do not send too much content

Send Me Your Stuff is when you send so much content over email (or any messaging) that the other person doesn’t know what to say. You explained it in overwhelming detail but there’s no intelligent response the other person can craft. You have done a great job of explaining every detail but it’s too much for them. They reached out to you because you have something or know something they don’t. That’s the gap. They asked a very open question and you gave an overwhelmingly large response. You were very clear and thorough but nothing happens. The conversation is dead. It’s crickets. The person has a huge email sitting in their inbox; they tried to read it but they can’t respond. If you are lucky, they’ll say “I’m sorry I haven’t gotten to this yet” or “this is interesting” but the conversation is actually over.

Instead, craft an email which starts a dialogue or a relationship. Don’t provide the answer, provide support. Don’t answer the question, acknowledge the problem and offer guidance. Yes, you can do that and if you’d like to talk further let’s set up a time to chat. No, you can’t directly answer their question right now but you’d like to hear more about their project so you can tailor your response to their needs.

We can pick any dense subject but as an example, someone asks you “What is the best programming language”. They are forming a team and they want to hire some developers. There are a million ways to answer this question. Maybe you’ve answered this question many times. Maybe you are tired of the explaining it. They don’t know that. They don’t know how complex the question is.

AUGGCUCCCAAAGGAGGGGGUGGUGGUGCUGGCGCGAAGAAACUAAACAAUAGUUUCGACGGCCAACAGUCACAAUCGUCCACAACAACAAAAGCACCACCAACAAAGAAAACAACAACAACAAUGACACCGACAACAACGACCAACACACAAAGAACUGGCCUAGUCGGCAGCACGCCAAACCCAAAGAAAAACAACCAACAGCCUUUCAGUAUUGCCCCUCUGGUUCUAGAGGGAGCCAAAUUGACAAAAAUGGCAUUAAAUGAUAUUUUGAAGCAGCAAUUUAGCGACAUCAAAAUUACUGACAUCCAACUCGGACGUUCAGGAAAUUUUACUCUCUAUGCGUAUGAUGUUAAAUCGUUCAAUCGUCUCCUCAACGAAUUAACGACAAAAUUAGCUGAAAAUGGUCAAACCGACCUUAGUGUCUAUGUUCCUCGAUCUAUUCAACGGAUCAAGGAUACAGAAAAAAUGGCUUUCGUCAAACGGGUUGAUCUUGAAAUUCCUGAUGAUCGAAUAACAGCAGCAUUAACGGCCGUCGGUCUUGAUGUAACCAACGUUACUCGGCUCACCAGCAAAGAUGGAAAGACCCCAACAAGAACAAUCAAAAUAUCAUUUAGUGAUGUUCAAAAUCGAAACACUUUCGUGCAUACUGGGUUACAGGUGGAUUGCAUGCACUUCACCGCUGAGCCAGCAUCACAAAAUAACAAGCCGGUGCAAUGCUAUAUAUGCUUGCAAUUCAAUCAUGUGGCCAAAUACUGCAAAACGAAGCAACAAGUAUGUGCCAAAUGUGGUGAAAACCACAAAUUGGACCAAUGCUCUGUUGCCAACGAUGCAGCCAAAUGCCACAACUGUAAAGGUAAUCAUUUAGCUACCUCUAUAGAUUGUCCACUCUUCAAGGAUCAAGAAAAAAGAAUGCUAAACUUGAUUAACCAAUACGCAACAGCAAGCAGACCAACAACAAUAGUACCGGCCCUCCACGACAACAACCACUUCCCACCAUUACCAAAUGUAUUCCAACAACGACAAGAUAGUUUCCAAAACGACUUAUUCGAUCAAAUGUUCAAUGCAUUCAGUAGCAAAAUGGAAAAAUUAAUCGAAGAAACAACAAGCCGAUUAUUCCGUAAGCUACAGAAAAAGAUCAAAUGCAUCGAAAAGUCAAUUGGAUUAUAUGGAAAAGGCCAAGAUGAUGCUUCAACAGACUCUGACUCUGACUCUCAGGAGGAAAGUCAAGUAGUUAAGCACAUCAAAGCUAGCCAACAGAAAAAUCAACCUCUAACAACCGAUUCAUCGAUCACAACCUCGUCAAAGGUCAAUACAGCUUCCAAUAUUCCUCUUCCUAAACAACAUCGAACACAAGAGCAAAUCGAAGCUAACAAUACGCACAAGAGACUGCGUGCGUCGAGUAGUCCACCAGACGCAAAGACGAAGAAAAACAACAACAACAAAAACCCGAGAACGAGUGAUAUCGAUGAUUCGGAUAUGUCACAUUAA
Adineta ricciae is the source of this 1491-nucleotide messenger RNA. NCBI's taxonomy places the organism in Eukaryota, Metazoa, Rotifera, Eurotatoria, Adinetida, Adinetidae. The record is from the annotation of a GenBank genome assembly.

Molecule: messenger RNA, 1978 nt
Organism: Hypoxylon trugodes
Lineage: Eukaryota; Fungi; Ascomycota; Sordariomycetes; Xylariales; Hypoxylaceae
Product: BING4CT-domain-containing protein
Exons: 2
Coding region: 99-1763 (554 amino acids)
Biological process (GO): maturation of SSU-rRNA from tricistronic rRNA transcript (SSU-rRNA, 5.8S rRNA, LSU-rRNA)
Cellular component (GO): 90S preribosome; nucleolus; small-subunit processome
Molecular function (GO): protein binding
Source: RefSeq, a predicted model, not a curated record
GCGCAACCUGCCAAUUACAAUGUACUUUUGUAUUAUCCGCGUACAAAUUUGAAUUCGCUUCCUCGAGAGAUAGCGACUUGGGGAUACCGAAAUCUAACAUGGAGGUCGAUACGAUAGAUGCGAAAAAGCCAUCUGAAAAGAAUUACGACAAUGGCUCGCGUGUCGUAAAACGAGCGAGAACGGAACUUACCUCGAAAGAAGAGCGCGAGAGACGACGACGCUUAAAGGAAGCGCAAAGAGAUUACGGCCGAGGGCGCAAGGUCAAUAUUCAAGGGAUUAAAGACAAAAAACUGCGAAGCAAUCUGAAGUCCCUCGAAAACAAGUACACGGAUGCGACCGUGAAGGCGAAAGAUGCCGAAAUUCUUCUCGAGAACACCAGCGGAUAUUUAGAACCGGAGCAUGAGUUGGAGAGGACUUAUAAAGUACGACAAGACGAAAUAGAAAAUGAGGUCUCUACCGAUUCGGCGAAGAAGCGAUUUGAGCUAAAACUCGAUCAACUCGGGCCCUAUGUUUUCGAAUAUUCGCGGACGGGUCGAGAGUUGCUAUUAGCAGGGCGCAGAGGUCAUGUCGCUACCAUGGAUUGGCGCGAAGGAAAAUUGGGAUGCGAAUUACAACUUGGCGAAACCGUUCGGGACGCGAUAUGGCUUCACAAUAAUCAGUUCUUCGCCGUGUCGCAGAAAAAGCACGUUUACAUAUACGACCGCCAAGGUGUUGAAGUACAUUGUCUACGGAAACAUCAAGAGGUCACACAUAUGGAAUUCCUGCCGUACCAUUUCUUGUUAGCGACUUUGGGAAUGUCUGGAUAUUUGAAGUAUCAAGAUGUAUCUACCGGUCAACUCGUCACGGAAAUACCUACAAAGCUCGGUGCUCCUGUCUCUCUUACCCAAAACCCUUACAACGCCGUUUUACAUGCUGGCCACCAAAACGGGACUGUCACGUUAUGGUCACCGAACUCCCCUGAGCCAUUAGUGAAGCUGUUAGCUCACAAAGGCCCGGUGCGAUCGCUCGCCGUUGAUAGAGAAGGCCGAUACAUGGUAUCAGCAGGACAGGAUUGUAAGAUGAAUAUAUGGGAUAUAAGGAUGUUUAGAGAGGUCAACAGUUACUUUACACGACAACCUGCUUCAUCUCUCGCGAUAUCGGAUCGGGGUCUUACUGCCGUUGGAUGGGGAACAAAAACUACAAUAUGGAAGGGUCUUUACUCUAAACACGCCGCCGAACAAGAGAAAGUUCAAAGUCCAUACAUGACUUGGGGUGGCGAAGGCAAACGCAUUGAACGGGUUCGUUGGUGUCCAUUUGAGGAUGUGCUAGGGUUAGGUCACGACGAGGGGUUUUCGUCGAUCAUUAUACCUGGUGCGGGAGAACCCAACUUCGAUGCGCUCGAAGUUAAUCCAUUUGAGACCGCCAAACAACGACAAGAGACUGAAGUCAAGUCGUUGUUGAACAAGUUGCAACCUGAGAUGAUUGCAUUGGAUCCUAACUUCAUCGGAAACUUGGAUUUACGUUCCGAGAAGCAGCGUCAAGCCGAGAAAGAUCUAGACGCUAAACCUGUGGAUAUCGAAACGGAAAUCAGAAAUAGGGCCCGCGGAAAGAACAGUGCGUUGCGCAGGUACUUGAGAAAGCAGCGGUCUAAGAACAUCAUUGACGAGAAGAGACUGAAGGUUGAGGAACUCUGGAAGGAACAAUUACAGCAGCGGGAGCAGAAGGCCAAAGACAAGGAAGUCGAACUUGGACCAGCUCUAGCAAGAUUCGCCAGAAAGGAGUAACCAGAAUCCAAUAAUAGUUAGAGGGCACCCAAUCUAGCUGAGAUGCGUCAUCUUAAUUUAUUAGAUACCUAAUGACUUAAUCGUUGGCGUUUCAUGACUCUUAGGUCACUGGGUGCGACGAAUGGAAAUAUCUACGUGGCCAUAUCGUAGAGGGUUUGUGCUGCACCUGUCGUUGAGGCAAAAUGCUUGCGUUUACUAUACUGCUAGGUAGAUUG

The wrong type of email to send:

This is a hard question to answer but I’ll try anyway. If you are doing a mobile app, you probably want to hire a few …
[ several pages of content ]

Instead of that, send this:

Let’s find a time to chat about hiring and the technical landscape. We can look at some industry surveys and talk about what the different sweet spots and communities are like. This will probably take about two hours depending on the detail. We can start with a short 30 minute meeting to talk about things at a high level but the additional conversations will probably get you primed for hiring a recruiter and making a job description.


Send Me Your Stuff is not my idea. I heard it explained by Sara Batterby who was doing business and fund-raising consulting. I loved the fact that her talk had nothing to do with my job and yet, I find this idea hauntingly applicable. I make this mistake constantly. I can give you a list of topics and replies I’ve messed up but that’s probably not interesting. I’ve even prefixed long email responses by saying “I don’t want to do Send Me Your Stuff” (and then explaining what this is) and then puting an inevitable but statement and doing it anyway. I get the email equivalent of the sweat smile every time.

Send Me Your Stuff can apply to requests for repos, code, project zips, brain-dumps, best practices, portfolios, design schematics or almost anything. Whatever they are asking for, don’t send exactly and completely what they want. Send a symlink.